That's not to say that depression, anxiety, OCD, autism or whatever don't exist -- clearly they do... But... every kind of label in psychology is just an opinion, not a scientific explanation of what is actually happening to your body.

    So... whether infantilism is a mental illness simply depends on someone else's opinion... And why would I care what someone else thinks (especially when they haven't experienced it themselves)? It's my own opinion that matters to me. But because I know what that experience is like, I don't need to resort to labels like "mental illness" or have to decide whether I'm more AB than DL or vice versa. It is what it is.

    TL;DR: Labels are just labels.
    do not really like the postmodernist critiques, but will try to reply to this as best i can...

    you are correct... mental disorders are determined by experts in psychology (but who is more qualified than these people to determine this??? ) & sometimes these mental disorders can seem very arbitrary & evidence-lacking (a good example of this is the personality disorders, which i know quite a bit about after being dx'd & reading up on em -- they have been described as the most mishmashy of diagnostic categories in the DSM...aside from borderline & antisocial, they are lacking in research & are just categories of traits people have decided are detrimental for an individual &/or society...)

    also, some mental illnesses have much evidence (scientific, neurobiological evidence even) to account for em... i'm lookin @ you mood disorders & anxiety disorders!!!

    i think you have been to harsh on the discipline of psychopathology... yes, many of it is arbitrary, but not all of it... and even so, these people go to school for years, work with patients for years... they know quite a bit bout what theyre talkin bout... and to call it "vague judgments" & throw it in the trash like you just did is, in my opinion, anti-intellectual... & that is how i view postmodernism in general...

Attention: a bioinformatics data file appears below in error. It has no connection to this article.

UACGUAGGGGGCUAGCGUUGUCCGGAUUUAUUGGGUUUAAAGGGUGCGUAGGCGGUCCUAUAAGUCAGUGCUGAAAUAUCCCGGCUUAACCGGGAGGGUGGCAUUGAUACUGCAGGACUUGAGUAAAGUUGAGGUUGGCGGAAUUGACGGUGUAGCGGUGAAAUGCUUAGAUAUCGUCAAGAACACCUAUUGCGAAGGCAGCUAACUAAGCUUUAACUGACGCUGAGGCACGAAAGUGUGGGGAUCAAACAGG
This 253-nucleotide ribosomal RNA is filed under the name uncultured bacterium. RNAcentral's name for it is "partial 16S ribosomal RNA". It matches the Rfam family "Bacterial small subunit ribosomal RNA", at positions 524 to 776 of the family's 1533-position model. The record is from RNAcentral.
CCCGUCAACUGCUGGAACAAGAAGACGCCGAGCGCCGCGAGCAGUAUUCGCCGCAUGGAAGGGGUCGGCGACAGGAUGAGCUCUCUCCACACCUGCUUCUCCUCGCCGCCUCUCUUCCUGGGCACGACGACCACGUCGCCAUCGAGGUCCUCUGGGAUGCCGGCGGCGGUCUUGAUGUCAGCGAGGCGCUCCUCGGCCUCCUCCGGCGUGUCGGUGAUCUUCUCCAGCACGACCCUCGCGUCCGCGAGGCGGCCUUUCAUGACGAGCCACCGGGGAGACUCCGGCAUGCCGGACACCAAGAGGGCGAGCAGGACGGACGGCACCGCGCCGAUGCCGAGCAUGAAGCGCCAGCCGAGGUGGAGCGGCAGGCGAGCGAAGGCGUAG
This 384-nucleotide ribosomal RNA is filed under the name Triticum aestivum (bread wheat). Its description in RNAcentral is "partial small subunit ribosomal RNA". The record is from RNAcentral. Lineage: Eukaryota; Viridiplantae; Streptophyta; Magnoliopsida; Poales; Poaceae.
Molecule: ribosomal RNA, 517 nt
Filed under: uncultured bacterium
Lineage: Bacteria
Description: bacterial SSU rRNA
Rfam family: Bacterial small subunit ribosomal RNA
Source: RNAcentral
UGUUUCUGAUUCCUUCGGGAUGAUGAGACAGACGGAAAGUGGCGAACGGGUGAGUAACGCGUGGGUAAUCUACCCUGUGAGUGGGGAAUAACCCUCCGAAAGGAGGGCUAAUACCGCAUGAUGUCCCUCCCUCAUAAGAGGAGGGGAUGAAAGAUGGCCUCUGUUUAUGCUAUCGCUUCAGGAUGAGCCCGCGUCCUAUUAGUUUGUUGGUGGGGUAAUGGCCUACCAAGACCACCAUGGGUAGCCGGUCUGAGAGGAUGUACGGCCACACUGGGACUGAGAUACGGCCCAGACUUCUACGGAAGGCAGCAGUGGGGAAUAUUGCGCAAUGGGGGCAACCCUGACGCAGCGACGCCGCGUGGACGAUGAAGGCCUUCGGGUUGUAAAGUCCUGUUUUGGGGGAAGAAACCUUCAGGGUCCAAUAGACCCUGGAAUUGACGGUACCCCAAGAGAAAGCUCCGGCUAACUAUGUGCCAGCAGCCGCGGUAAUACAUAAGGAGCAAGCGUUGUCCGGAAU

(P.S. no personal offense intended... jus a healthy intellectual debate )

  8. #8

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    "i think you have been to harsh on the discipline of psychopathology... yes, many of it is arbitrary, but not all of it... and even so, these people go to school for years, work with patients for years... they know quite a bit bout what theyre talkin bout... and to call it "vague judgments" & throw it in the trash like you just did is, in my opinion, anti-intellectual... & that is how i view postmodernism in general... "

    Hmmm... I think Tiny was pretty clear that it was not arbitrary in all cases, and I dont think he was advocating for throwing the DSM into the trash, merely saying that the conditions listed there are often "contructs" as opposed to scientific facts. I think he would probably agree, as I would, that some conditions listed in the DSM are quantifiable and can be treated as fact(he listed Autism for example). I would say that his postion is not "anti-intellectual," because he is suggesting that we use critical thinking to navigate each situation in a unique way... this to me is ACTIVE intellectual thinking, and it takes a lot more of using yer noodle to do it. I've never heard the label "post-modern critique" applied to this discussion, but I take the term with a grain of salt. If the DSM has lost some credibility in the public eye, it is mostly because the dogmatic approach of some of it's authors has been embarrassing to watch at times (i.e. homosexuality). That being said, the DSM is a helpful tool because it helps us "frame" the therapeutic discussion, and put it in context... compare symptoms, etc. Like any tool, it all gets down to how you use it-- destroy or build.

    So back to the original discussion: I will only allow you to call your ABDL a "mental illness" if that will help you get to the place you need to go. If you are a baby, and everybody around you loves you as a baby, and you enjoy it, then do so. If you have wrecked your life with it, then you need to look at how others have overcome their problems, and learn from them. The DSM may be helpful, but so is this place